Intro to Radon Abatement

Radon is a naturally occurring radioactive gas that is known to cause cancer in high doses. The risk associated with radon in residences remains uncertain, but the Environmental Protection Agency has recommended that every existing home be tested for radon and that action be taken if the test shows radon concentrations greater than 4.0 picocuries/liter of air.

Check Local Sources

The EPA also recommends that new homes be built with radon resistant elements (Radon Elimination Strategies, below). This recommendation has been adopted as a requirement by some codes. These precautions are more important in areas where higher concentrations of radioactive materials are present in local rock. Check with state public health and environmental agencies about testing and risks in your area.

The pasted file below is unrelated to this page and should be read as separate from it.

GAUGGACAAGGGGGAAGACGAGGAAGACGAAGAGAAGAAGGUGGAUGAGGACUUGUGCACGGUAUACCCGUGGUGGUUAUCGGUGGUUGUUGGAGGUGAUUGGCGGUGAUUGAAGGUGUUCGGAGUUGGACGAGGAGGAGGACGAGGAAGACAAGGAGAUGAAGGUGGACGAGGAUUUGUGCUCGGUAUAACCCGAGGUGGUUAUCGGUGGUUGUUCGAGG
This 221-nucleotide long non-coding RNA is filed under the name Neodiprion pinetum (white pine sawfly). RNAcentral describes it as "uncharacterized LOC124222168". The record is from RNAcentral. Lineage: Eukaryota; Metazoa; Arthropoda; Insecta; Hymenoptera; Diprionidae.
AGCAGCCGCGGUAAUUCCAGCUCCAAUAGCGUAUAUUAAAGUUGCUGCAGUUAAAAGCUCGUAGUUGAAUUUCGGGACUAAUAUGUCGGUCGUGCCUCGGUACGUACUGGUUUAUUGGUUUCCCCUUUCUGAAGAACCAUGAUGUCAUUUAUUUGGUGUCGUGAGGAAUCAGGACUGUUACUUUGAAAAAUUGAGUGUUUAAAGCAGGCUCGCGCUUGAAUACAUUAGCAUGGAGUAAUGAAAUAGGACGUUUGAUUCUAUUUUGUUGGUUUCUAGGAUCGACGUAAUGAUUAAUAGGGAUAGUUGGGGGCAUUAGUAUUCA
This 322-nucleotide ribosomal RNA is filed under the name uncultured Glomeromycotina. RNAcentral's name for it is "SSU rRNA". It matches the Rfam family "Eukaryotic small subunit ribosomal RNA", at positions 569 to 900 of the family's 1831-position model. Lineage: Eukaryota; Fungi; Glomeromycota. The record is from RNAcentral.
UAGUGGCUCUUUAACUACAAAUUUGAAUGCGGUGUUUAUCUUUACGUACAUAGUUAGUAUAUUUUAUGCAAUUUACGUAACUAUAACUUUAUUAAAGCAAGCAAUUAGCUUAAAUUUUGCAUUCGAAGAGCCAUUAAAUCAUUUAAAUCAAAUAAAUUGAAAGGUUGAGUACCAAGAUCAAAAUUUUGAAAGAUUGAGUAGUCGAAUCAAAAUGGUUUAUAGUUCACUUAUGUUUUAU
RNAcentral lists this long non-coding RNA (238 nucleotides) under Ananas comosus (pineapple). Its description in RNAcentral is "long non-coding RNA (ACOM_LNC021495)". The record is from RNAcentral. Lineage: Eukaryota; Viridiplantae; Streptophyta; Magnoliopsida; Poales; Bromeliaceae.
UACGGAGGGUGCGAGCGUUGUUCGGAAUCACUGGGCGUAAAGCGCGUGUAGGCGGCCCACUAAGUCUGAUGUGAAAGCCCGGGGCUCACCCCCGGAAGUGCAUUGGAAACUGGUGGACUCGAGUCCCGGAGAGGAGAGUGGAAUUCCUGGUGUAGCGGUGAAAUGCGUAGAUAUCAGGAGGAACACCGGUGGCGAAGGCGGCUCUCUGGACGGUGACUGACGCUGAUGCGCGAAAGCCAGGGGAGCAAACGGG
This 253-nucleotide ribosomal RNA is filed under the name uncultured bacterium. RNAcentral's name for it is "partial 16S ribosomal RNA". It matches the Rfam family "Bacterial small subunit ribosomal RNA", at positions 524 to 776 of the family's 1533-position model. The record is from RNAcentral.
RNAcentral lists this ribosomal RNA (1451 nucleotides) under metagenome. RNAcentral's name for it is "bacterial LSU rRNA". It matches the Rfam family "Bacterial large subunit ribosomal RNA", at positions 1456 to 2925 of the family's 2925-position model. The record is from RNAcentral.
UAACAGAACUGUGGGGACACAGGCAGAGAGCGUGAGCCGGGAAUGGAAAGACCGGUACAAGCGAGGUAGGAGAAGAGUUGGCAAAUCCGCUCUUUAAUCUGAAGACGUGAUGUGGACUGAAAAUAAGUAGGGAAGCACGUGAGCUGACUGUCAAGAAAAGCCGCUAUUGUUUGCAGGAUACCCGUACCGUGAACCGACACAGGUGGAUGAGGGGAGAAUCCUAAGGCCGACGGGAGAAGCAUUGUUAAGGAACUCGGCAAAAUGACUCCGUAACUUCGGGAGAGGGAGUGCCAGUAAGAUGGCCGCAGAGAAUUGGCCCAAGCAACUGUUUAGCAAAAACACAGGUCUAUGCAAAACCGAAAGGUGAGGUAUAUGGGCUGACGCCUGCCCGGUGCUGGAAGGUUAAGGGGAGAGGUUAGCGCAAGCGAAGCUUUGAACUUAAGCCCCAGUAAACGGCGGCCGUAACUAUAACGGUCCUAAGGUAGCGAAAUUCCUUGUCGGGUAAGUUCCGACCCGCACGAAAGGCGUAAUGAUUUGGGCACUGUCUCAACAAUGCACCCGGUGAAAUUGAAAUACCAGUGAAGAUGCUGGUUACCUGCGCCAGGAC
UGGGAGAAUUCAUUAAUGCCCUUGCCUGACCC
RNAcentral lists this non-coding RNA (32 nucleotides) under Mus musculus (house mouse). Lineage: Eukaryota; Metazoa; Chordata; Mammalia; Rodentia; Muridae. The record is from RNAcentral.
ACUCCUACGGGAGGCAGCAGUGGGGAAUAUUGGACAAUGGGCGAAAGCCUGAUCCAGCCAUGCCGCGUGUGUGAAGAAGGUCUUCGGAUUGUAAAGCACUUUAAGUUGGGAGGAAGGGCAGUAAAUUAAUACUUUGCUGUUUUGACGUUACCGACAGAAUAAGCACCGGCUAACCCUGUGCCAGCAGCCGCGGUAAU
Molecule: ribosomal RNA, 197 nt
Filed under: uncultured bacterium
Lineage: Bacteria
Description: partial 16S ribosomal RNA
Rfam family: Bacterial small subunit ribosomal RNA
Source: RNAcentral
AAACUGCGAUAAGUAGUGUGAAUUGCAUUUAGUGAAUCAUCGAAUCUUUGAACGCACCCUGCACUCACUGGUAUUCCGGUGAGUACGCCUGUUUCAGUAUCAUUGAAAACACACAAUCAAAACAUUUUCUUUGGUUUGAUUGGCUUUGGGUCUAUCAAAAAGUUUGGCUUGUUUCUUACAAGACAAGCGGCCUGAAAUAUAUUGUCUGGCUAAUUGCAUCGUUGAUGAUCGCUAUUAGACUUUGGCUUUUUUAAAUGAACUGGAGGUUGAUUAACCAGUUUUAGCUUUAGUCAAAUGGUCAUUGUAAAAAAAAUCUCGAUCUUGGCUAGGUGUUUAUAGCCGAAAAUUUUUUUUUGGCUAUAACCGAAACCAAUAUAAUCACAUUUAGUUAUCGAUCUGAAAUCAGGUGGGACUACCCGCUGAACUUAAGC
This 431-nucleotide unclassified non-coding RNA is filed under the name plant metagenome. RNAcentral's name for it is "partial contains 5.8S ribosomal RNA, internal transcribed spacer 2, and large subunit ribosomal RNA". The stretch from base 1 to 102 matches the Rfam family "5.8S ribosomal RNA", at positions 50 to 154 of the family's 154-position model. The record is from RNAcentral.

Subslab Poly

The EPA-recommended details for radon abatement call for poly to be placed above the gravel subbase and below the slab. Placing concrete directly on plastic can contribute to slab cracking due to uneven shrinkage and curling. For that reason, consider putting a layer of damp compacted sand above the poly before placing the concrete see Subslab Vapor Barriers in Subgrade and Subbase).

or Subscribe to read the full Field Guide